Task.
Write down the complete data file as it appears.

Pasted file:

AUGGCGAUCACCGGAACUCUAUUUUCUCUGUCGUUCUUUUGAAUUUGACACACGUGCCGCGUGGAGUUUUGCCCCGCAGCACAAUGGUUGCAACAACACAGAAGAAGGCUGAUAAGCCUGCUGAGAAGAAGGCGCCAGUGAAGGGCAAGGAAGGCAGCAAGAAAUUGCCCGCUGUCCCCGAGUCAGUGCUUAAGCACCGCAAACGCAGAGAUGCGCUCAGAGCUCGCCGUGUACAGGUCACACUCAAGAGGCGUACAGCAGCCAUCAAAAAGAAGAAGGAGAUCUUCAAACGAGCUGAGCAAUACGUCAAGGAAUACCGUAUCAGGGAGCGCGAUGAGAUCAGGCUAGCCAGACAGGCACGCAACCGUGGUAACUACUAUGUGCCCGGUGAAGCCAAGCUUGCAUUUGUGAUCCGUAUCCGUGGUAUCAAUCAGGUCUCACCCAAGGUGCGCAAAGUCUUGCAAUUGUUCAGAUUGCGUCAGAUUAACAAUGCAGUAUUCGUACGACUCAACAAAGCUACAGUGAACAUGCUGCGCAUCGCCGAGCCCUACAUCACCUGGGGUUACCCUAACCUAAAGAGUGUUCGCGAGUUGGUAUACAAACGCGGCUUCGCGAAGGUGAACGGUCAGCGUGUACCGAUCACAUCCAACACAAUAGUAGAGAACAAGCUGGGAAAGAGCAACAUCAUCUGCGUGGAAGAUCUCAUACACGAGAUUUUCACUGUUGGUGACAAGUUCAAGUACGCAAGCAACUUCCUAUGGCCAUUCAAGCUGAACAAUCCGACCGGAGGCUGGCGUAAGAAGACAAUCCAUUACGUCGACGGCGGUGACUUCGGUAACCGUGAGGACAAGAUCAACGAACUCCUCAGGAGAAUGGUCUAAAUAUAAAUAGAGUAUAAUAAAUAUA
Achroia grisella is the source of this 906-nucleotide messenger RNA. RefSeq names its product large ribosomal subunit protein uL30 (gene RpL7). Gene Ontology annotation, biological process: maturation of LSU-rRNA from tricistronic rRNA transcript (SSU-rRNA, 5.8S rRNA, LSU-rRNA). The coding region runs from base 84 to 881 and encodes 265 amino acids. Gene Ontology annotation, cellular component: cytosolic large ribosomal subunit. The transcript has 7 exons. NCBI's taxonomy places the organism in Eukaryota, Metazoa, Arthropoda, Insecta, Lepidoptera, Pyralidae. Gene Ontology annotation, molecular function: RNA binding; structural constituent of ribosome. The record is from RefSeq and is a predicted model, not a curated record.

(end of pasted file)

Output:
AUGGCGAUCACCGGAACUCUAUUUUCUCUGUCGUUCUUUUGAAUUUGACACACGUGCCGCGUGGAGUUUUGCCCCGCAGCACAAUGGUUGCAACAACACAGAAGAAGGCUGAUAAGCCUGCUGAGAAGAAGGCGCCAGUGAAGGGCAAGGAAGGCAGCAAGAAAUUGCCCGCUGUCCCCGAGUCAGUGCUUAAGCACCGCAAACGCAGAGAUGCGCUCAGAGCUCGCCGUGUACAGGUCACACUCAAGAGGCGUACAGCAGCCAUCAAAAAGAAGAAGGAGAUCUUCAAACGAGCUGAGCAAUACGUCAAGGAAUACCGUAUCAGGGAGCGCGAUGAGAUCAGGCUAGCCAGACAGGCACGCAACCGUGGUAACUACUAUGUGCCCGGUGAAGCCAAGCUUGCAUUUGUGAUCCGUAUCCGUGGUAUCAAUCAGGUCUCACCCAAGGUGCGCAAAGUCUUGCAAUUGUUCAGAUUGCGUCAGAUUAACAAUGCAGUAUUCGUACGACUCAACAAAGCUACAGUGAACAUGCUGCGCAUCGCCGAGCCCUACAUCACCUGGGGUUACCCUAACCUAAAGAGUGUUCGCGAGUUGGUAUACAAACGCGGCUUCGCGAAGGUGAACGGUCAGCGUGUACCGAUCACAUCCAACACAAUAGUAGAGAACAAGCUGGGAAAGAGCAACAUCAUCUGCGUGGAAGAUCUCAUACACGAGAUUUUCACUGUUGGUGACAAGUUCAAGUACGCAAGCAACUUCCUAUGGCCAUUCAAGCUGAACAAUCCGACCGGAGGCUGGCGUAAGAAGACAAUCCAUUACGUCGACGGCGGUGACUUCGGUAACCGUGAGGACAAGAUCAACGAACUCCUCAGGAGAAUGGUCUAAAUAUAAAUAGAGUAUAAUAAAUAUA
Achroia grisella is the source of this 906-nucleotide messenger RNA. RefSeq names its product large ribosomal subunit protein uL30 (gene RpL7). Gene Ontology annotation, biological process: maturation of LSU-rRNA from tricistronic rRNA transcript (SSU-rRNA, 5.8S rRNA, LSU-rRNA). The coding region runs from base 84 to 881 and encodes 265 amino acids. Gene Ontology annotation, cellular component: cytosolic large ribosomal subunit. The transcript has 7 exons. NCBI's taxonomy places the organism in Eukaryota, Metazoa, Arthropoda, Insecta, Lepidoptera, Pyralidae. Gene Ontology annotation, molecular function: RNA binding; structural constituent of ribosome. The record is from RefSeq and is a predicted model, not a curated record.